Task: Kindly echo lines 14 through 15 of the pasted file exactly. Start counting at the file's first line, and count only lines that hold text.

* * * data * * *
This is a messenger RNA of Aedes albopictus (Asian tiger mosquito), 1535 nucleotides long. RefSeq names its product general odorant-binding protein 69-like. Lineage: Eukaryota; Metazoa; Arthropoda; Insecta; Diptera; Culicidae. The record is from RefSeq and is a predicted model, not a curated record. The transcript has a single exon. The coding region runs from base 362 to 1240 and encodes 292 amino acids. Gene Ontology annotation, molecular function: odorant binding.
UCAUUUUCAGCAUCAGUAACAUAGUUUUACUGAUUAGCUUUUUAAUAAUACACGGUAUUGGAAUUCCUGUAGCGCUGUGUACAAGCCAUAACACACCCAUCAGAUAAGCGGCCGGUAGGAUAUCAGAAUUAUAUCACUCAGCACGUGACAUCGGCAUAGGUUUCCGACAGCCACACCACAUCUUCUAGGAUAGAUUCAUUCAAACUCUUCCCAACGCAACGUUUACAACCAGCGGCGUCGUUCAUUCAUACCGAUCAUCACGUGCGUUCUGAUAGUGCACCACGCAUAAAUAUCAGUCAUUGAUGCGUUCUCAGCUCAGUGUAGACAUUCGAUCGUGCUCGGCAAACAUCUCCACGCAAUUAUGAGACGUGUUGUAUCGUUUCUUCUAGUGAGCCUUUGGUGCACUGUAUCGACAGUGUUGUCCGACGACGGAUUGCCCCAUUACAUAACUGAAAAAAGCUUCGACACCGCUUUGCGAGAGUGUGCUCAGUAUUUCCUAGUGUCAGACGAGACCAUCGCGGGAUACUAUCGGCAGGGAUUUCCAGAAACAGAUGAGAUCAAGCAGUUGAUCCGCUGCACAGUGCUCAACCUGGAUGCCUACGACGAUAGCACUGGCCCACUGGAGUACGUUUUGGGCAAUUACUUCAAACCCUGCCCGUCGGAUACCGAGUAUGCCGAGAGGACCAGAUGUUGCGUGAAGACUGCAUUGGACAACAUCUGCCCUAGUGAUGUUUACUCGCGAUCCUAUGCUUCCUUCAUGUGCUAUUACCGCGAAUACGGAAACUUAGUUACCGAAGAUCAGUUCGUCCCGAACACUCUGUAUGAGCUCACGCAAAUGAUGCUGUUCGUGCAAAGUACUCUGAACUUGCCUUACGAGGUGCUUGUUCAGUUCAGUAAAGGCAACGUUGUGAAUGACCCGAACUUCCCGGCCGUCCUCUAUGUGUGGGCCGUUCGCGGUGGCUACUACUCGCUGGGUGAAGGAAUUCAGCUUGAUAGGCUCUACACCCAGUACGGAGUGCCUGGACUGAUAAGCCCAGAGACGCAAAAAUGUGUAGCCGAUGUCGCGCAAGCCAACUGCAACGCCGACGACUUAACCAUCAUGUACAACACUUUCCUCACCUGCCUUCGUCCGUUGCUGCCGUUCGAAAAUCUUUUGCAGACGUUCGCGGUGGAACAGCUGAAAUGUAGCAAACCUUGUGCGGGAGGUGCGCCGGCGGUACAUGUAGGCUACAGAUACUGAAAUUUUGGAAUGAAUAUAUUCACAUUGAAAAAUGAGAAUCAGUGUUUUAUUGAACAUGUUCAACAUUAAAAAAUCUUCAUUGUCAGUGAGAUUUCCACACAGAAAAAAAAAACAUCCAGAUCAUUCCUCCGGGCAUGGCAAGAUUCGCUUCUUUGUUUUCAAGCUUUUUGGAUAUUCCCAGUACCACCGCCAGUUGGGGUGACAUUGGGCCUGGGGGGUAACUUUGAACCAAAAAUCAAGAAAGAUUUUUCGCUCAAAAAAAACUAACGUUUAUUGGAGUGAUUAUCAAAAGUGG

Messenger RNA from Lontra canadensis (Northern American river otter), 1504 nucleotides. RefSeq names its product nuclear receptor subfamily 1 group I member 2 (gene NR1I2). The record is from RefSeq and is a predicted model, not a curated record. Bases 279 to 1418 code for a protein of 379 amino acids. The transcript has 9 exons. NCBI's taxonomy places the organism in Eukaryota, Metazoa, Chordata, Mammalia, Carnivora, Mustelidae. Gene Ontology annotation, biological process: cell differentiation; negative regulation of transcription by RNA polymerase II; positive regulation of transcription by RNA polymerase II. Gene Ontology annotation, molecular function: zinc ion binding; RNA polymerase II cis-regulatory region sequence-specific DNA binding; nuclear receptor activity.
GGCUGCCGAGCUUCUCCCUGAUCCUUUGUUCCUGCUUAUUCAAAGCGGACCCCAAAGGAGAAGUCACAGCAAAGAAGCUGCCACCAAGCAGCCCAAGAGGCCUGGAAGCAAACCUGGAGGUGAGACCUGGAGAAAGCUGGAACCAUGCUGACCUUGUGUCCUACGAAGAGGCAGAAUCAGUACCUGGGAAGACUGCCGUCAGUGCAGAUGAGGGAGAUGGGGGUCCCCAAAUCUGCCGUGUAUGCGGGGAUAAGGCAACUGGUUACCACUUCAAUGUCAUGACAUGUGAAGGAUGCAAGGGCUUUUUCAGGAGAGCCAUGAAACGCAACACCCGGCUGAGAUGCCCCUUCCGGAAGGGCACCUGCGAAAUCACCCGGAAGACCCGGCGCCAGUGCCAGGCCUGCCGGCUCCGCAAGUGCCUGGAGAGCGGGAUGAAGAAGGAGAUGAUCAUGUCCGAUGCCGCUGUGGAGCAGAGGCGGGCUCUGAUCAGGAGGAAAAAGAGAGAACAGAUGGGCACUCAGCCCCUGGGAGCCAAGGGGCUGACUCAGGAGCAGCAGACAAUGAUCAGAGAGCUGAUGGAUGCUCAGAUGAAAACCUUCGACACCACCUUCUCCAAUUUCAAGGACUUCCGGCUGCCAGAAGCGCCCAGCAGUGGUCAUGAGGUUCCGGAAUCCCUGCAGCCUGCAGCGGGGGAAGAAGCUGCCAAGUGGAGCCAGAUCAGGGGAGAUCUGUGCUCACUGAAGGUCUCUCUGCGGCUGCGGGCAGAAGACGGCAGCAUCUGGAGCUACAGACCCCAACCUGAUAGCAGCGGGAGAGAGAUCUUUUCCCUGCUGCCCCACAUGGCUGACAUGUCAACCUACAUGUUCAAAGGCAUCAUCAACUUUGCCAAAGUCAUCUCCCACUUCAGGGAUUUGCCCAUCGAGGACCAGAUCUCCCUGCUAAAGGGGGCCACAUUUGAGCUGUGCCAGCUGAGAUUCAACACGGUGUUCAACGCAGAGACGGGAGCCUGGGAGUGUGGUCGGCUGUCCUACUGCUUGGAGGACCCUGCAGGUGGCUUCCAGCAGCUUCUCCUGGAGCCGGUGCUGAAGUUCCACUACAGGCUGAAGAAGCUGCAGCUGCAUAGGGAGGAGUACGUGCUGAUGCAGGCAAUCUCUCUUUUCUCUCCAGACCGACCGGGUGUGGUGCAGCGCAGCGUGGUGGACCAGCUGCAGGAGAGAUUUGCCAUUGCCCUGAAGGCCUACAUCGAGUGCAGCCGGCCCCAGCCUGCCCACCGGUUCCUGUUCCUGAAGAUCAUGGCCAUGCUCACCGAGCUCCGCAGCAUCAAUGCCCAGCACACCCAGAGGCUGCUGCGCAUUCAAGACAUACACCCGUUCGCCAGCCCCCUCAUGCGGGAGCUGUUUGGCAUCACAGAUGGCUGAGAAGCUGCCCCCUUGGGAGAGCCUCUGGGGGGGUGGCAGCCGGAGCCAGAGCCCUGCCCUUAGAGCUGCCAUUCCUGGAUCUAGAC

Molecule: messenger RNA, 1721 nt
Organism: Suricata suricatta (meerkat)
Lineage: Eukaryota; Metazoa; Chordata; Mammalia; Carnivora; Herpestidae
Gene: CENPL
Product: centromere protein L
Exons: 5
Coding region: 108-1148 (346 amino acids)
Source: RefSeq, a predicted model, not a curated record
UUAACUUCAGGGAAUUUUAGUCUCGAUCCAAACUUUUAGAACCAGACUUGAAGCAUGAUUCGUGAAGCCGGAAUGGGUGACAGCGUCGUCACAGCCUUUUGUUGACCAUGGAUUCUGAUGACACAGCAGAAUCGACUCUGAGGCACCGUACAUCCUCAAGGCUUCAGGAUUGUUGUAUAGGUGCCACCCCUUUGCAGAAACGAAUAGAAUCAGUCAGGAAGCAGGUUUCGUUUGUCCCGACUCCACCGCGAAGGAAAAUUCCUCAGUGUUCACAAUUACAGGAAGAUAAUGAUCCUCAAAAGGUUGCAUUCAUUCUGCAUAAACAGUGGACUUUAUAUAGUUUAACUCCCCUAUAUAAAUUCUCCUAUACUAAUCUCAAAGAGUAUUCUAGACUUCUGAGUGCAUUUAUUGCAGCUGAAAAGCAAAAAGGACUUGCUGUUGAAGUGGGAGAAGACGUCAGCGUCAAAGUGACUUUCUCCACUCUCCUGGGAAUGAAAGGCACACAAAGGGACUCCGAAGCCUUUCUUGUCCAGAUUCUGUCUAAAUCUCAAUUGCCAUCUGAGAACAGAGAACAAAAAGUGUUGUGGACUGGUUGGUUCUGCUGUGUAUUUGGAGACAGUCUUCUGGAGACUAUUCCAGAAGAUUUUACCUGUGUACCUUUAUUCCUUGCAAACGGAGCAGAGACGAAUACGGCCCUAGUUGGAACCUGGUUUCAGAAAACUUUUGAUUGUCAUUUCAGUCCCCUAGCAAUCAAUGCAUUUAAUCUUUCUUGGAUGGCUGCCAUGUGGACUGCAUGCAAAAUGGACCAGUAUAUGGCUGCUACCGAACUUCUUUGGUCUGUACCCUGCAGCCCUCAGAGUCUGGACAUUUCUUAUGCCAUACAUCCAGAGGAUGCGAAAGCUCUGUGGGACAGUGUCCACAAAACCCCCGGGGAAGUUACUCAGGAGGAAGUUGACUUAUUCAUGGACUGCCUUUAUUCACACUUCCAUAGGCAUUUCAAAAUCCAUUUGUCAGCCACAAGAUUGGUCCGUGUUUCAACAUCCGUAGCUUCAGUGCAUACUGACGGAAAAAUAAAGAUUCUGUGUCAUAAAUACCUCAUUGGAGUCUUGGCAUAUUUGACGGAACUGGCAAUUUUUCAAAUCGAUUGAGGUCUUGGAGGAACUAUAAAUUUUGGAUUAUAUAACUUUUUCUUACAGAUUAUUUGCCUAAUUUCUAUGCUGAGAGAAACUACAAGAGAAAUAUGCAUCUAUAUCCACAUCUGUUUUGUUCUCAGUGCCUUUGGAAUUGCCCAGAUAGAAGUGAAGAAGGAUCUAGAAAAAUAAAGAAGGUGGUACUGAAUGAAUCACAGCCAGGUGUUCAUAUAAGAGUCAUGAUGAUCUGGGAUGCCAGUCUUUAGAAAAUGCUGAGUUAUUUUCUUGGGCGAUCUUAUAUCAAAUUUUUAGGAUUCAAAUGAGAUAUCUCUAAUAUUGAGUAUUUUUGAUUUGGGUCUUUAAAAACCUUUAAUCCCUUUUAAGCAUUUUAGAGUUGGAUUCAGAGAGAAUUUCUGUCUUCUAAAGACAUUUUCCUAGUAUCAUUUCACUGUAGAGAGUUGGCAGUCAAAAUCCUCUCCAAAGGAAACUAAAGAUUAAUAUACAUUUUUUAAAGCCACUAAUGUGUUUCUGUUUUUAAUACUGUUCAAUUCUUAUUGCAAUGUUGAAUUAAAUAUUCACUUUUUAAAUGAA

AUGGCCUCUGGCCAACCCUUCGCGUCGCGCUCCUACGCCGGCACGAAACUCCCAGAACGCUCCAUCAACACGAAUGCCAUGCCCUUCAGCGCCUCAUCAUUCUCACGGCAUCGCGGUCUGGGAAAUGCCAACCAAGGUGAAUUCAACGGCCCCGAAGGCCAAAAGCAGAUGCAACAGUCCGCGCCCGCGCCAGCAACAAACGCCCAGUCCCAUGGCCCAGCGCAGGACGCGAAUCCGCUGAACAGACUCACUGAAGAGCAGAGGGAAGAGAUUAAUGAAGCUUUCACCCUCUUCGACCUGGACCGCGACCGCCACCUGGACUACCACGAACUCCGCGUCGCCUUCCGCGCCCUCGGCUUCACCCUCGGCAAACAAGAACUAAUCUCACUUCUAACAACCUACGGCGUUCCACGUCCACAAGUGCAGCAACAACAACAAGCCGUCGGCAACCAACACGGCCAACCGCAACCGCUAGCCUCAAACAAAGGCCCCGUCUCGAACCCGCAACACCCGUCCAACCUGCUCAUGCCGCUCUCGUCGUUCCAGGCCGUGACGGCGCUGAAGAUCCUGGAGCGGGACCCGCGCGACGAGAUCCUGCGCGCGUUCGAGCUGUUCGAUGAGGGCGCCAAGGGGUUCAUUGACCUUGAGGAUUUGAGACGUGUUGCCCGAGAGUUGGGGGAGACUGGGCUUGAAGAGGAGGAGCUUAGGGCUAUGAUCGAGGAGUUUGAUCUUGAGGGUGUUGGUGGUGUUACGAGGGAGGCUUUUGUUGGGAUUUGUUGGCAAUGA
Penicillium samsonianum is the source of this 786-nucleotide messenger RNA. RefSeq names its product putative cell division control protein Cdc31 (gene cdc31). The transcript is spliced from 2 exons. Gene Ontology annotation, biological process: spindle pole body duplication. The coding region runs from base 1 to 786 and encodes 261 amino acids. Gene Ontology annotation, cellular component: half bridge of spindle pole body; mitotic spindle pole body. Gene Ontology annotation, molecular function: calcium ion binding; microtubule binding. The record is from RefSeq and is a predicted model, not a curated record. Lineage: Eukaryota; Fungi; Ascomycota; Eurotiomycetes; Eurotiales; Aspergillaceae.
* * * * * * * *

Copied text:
AUGGCCUCUGGCCAACCCUUCGCGUCGCGCUCCUACGCCGGCACGAAACUCCCAGAACGCUCCAUCAACACGAAUGCCAUGCCCUUCAGCGCCUCAUCAUUCUCACGGCAUCGCGGUCUGGGAAAUGCCAACCAAGGUGAAUUCAACGGCCCCGAAGGCCAAAAGCAGAUGCAACAGUCCGCGCCCGCGCCAGCAACAAACGCCCAGUCCCAUGGCCCAGCGCAGGACGCGAAUCCGCUGAACAGACUCACUGAAGAGCAGAGGGAAGAGAUUAAUGAAGCUUUCACCCUCUUCGACCUGGACCGCGACCGCCACCUGGACUACCACGAACUCCGCGUCGCCUUCCGCGCCCUCGGCUUCACCCUCGGCAAACAAGAACUAAUCUCACUUCUAACAACCUACGGCGUUCCACGUCCACAAGUGCAGCAACAACAACAAGCCGUCGGCAACCAACACGGCCAACCGCAACCGCUAGCCUCAAACAAAGGCCCCGUCUCGAACCCGCAACACCCGUCCAACCUGCUCAUGCCGCUCUCGUCGUUCCAGGCCGUGACGGCGCUGAAGAUCCUGGAGCGGGACCCGCGCGACGAGAUCCUGCGCGCGUUCGAGCUGUUCGAUGAGGGCGCCAAGGGGUUCAUUGACCUUGAGGAUUUGAGACGUGUUGCCCGAGAGUUGGGGGAGACUGGGCUUGAAGAGGAGGAGCUUAGGGCUAUGAUCGAGGAGUUUGAUCUUGAGGGUGUUGGUGGUGUUACGAGGGAGGCUUUUGUUGGGAUUUGUUGGCAAUGA
Penicillium samsonianum is the source of this 786-nucleotide messenger RNA. RefSeq names its product putative cell division control protein Cdc31 (gene cdc31). The transcript is spliced from 2 exons. Gene Ontology annotation, biological process: spindle pole body duplication. The coding region runs from base 1 to 786 and encodes 261 amino acids. Gene Ontology annotation, cellular component: half bridge of spindle pole body; mitotic spindle pole body. Gene Ontology annotation, molecular function: calcium ion binding; microtubule binding. The record is from RefSeq and is a predicted model, not a curated record. Lineage: Eukaryota; Fungi; Ascomycota; Eurotiomycetes; Eurotiales; Aspergillaceae.